Age appropriate reading….?!

My 5 year old, T is in reception class at school and I am extremely proud to say is a real whizz at reading, writing and spelling – Cringe a proud mummy moment, apologies!

T reads anything and everything; adverts, road signs, newspapers, magazines, everything and if it’s a bit too advanced she still gives it go. I will be honest sometimes it gets a bit tedious, but I ALWAYS try to encourage it. On the other hand my eldest daughter, L, who has just turned 11, hates reading. She can read and is actually good at it, but cannot be bothered and finds it boring. I accept this, not everyone is a natural bookworm and each child is different in a variety of ways. My Husband and I have tried in vain to temp L to read more, but she just will not do it.

T’s school actively encourage reading at home, books are sent home with a “reading diary” so we can keep a record of what is read by T and how she is doing. I imagine this is fairly standard in all primary schools these days. We use this and always make a record for her teachers to see. If however I were to write in there all the things T actually read when she was at home, I would be forever filling the blasted thing in and would probably be asking for another one.

Last Sunday evening, I had just sat down to start a book my sister had lent me, “The Lincoln Lawyer” by Michael Connelly. I had never heard of it, and it looked quite interesting. (I now know that the book was made into a film in 2011 – a bit behind in the times on that one!) T came and snuggled next to me on the armchair and was asking me about the book, “did it have any pictures?” “Did it have any princesses in it?” etc, the normal things 5 year old girls want to know. I was four pages in to the book when T started reading along out-loud from the top of the page. I was happy to let her carry on with this and was excited that she wanted to. She did remarkably well.  T read probably one complete page, it took a while, but I was fine with that; it’s all good practise after all. I decided that I would put a note in her reading diary to let her teacher know, but instead of writing it in the book itself I put a wrote a note on a post-it, just outlining what she had done and letting them know. I thought, naïvely perhaps that they would think this was good progress. I was wrong!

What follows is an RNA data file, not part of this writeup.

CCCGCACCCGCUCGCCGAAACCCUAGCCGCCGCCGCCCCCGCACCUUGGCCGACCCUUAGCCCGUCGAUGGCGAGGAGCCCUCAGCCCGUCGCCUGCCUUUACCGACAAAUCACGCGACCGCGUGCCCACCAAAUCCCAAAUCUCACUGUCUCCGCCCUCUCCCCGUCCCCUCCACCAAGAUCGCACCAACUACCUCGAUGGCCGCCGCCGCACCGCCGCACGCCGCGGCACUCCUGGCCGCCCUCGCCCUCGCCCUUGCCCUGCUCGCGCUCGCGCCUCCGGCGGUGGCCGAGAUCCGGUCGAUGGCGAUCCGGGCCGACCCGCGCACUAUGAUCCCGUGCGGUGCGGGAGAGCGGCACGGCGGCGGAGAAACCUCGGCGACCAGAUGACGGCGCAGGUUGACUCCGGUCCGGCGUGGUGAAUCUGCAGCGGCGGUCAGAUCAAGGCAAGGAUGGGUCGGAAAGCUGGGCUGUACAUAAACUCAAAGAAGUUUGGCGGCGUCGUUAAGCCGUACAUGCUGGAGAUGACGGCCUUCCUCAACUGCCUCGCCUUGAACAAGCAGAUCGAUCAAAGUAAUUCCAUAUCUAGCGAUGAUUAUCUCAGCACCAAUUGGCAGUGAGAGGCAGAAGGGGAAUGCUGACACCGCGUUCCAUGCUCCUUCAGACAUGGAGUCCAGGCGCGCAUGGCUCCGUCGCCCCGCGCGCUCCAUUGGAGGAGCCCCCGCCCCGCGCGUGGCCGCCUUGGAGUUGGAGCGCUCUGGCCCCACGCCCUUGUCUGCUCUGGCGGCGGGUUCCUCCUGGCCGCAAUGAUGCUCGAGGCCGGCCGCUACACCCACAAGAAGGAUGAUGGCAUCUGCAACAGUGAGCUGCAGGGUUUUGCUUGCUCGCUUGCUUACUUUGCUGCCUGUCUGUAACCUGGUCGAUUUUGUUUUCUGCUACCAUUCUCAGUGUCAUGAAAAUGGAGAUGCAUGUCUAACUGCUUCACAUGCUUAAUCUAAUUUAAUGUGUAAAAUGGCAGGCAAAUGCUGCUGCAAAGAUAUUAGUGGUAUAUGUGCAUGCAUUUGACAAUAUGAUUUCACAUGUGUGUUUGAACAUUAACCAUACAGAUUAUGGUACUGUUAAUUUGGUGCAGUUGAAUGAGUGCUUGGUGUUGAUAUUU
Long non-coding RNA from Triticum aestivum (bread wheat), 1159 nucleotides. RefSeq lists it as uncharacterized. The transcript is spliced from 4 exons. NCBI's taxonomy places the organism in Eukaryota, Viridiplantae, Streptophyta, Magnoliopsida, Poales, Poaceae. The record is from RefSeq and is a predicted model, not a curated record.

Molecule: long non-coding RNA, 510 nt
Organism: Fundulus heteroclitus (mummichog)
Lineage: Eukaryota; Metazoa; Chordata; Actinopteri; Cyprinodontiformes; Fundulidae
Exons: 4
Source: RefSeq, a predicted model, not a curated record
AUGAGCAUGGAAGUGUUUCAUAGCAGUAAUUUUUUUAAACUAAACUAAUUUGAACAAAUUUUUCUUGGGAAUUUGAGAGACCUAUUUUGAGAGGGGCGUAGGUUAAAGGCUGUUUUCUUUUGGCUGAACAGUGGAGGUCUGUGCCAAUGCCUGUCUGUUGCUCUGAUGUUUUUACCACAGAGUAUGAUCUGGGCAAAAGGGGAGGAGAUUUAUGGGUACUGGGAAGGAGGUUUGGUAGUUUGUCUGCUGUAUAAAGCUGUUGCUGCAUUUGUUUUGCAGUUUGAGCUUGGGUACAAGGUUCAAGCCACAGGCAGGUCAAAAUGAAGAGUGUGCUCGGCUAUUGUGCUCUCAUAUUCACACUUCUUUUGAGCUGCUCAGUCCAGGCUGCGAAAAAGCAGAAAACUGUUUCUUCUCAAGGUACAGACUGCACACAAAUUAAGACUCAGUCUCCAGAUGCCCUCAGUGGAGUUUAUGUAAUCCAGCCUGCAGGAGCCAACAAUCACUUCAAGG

Wednesday afternoon (2 days later!) T came out of school and inside her reading diary was a post-it note in reply, basically saying that T should be reading material more suited for her age, and they have given her more books to read at home. I was a bit dumbfounded, and felt like a criminal, like I should be run out of the school playground and locked up. Had I done the wrong thing by allowing her to read one page from one of my books? Could I have scarred her for life?